Roller Coaster Returns
By Liz Ann Sonders, Brad Sorensen & Michelle Gibley
April 27, 2012
After an extended, and almost unprecedented period of relative calm, resulting in robust stock market gains from October 2011 through March 2012, we have seen some volatility return. Concerns over global growth have reemerged as Chinese economic data has disappointed, the European debt crisis again is gaining headlines as the merits of austerity are being questioned, and US economic data has been less impressive.
Volatility has picked up
Source: FactSet, Chicago Board of Trade. As of Apr. 24, 2012.
One potential benefit of this rise in consternation has been the long-awaited correction in stocks that many had been calling for. In fact, we have been comforted by numerous investor sentiment readings now showing elevated bearishness (remember that investor sentiment is a contrary indicator). The American Association of Individual Investors’ (AAII) bull ratio recently moved decidedly below the 50% mark for the first time in 2012. The percentage of respondents saying they are bearish has moved from just under 28% to nearly 42% between April 4 and April 11; and the percentage of bulls dropped to 28% from over 38% over the same time period. We believe this change in sentiment was needed in order for the market to reestablish a sustainable uptrend going forward.
The recent mild increase in volatility again reminds us that it's important to maintain a long-term focus and to maintain a diversified portfolio. It's vital that investors review their portfolio holdings on a regular basis, while also looking at how correlations among asset classes change over time. A well-diversified portfolio in one year may not be nearly so two years later, even if the positions are roughly the same—the interaction between asset classes changes over time. One final note on portfolio construction: The drumbeat of bearish bond commentary has grown over the past month as yields remain near record lows. While we again remind investors that investing in bonds for speculative or capital appreciation purposes has become more risky; it is also true that for diversification, income, and capital preservation purposes, bonds will still have a valuable place in many portfolios. Again, balance is the key.
Macro concerns again trumping micro story
Investors' attention is again focused on the macro rather than the micro over the past couple of weeks—the height of first quarter earnings season. The reporting period has been much better than expected, although admittedly from a lower bar—83% of companies have beaten expectations so far, which is an all-time record high. But market reactions to good reports have been more muted relative to the punishments doled out to those that disappointed. It appears Chinese developments, European debt and growth concerns, and some softening in US economic data has led to increased volatility.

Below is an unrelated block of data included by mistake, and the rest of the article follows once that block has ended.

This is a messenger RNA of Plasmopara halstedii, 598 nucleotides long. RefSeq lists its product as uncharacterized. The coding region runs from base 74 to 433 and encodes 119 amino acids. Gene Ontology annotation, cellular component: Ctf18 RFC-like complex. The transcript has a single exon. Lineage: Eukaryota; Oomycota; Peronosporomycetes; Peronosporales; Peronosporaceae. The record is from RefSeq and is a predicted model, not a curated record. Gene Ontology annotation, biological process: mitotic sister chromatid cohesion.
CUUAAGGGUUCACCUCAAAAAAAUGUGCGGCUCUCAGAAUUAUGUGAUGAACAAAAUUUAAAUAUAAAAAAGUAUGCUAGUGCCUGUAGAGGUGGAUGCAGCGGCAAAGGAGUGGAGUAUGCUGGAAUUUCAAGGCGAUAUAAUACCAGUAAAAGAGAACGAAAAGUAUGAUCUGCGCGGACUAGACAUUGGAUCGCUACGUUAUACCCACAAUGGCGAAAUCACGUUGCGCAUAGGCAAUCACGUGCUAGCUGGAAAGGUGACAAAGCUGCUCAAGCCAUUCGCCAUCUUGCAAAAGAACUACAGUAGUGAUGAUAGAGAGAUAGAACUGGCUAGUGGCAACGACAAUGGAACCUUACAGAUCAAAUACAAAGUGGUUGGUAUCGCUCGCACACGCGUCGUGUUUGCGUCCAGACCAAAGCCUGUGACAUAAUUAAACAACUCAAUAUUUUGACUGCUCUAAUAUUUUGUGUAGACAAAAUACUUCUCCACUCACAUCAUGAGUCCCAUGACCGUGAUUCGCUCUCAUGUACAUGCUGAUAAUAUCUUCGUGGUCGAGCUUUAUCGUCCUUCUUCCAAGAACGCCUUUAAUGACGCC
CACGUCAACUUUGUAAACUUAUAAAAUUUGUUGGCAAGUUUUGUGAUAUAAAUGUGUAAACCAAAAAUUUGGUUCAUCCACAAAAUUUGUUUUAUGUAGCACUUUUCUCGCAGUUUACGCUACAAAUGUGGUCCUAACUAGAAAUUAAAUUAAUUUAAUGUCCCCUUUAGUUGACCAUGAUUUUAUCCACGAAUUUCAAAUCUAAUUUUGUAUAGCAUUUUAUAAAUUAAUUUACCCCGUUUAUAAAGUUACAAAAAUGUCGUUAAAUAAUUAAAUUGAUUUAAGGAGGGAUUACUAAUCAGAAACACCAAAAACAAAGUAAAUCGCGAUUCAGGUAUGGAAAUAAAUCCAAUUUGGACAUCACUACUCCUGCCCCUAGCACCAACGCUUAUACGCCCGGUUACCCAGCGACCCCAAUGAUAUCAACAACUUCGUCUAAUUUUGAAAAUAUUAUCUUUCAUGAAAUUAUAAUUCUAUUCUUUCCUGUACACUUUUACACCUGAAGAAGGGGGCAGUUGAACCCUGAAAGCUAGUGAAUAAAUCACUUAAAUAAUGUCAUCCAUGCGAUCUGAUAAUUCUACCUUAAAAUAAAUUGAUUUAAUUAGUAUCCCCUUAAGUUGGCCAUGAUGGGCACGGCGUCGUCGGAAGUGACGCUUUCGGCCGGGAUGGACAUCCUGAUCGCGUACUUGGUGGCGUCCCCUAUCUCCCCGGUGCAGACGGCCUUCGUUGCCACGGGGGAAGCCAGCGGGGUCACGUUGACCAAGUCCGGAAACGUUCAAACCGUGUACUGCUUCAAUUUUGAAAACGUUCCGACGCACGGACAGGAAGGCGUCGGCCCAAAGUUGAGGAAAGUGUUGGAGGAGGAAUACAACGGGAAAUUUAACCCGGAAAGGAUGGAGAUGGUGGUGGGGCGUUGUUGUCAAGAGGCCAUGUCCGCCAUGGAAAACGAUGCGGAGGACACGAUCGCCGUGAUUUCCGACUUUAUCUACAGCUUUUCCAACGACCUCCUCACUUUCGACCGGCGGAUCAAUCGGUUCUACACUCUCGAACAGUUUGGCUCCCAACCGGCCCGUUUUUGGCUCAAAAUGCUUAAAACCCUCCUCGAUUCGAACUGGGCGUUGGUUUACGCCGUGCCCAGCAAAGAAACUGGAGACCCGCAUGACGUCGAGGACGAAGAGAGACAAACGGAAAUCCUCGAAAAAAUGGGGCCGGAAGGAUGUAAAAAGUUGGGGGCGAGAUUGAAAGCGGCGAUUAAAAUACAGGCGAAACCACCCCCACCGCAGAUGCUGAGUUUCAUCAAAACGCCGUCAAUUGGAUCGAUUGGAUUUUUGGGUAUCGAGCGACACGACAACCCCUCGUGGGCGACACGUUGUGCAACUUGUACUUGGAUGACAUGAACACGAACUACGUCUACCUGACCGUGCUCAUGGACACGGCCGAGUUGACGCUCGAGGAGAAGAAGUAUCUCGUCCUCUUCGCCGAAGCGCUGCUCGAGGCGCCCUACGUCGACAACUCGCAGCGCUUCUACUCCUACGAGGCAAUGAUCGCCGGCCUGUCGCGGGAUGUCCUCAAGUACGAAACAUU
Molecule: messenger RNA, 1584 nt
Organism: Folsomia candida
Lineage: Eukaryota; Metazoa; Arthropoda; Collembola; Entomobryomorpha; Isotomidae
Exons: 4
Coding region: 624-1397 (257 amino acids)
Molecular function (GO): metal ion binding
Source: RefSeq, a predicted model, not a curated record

In the United States, the economic expansion continues, but we may be in yet another soft spot. This isn't surprising given the likely pulling forward of some economic activity that was influenced by the unusually warm weather during the winter months. We believe this is a relatively modest and temporary phenomenon and that activity will again pick up in the coming months. Concern has grown that 2012 will be a repeat of the previous two years when the market declined beginning in April on softening economic data after decent starts to the year. We believe the story is different this time as jobs, lending and housing have improved and inflation has eased, allowing global central banks to keep policy loose; leading to our view that history won't repeat this year.
Recently, we've seen regional manufacturing surveys disappoint, although remaining in territory depicting growth. The Empire Manufacturing Index fell from 20.2 to 6.6 and the Philly Fed Index dropped to 8.5 from 12.5. Encouragingly, the employment expectation component of Philly Fed jumped six points to its highest level in a year, while March retail sales increased 0.8%, above estimates, indicating that the American consumer remains engaged. Commodity costs have also leveled off recently, which should help to bolster discretionary income.
Lower commodity prices should help consumers
Source: FactSet, Standard & Poor's. As of Apr. 24, 2012.
Despite this still-positive picture, recent job and housing data has weakened a touch. The March payroll report disappointed despite the unemployment rate dropping and recent initial jobless claims have crept a bit higher. We remain relatively unconcerned given that seasonal adjustments around the Easter holiday can be difficult and the level still remains well below the key 400,000 number. Jobs are a vital cog in the economy and we believe that increasing retail demand and a declining ability of companies to squeeze additional productivity out of existing workers should allow for continued improvement on the labor front.
Housing has very likely been affected by the weather. We believe the housing market continues to show improvement but were disappointed by the recent data releases that showed existing home sales fell by 2.6% and housing starts dropped by 5.8%. However, the forward looking building permits number rose 4.5%—boding well for future activity. And, even within the disappointment there were glimmers of positive news as the drop in starts was almost entirely attributable to the volatile multi-family component falling 16.9%. Finally, inventories continued to decline—existing homes on the market are down 22% relative to a year ago.
The Index of Leading Economic Indicators (LEI) rose for the sixth straight month, although upcoming seasonal adjustments suggest an upcoming weaker report. And, one odd note on the auto sector. We’ve noted the sharp rebound in auto sales and the resulting contribution to economic growth, but that could be in near-term jeopardy due to a potential shortage of a resin known as nylon-12 used in brake and fuel systems. The potential shortage comes as a result of a chemical plant explosion in Germany that is expected to take production offline for at least three months. Auto executives have expressed serious concern.
Fed holds but continues to confound
The recent Fed meeting provided few surprises as interest rates remain near zero and questions regarding future potential monetary operations remain. We continue to hope that the Committee will lean toward more normal monetary policy going forward but they do appear willing to up the ante and provide more stimulus if economic conditions deteriorate.
The Fed will likely keep its ammunition at the ready due to the potential hit to the economy that is currently scheduled to come at the beginning of 2013 in the form of massive tax increases and blunt-force spending cuts. We remain hopeful that something will be worked out to minimize the potential impact but are concerned that the current political environment does not lend itself to any easy compromise solution.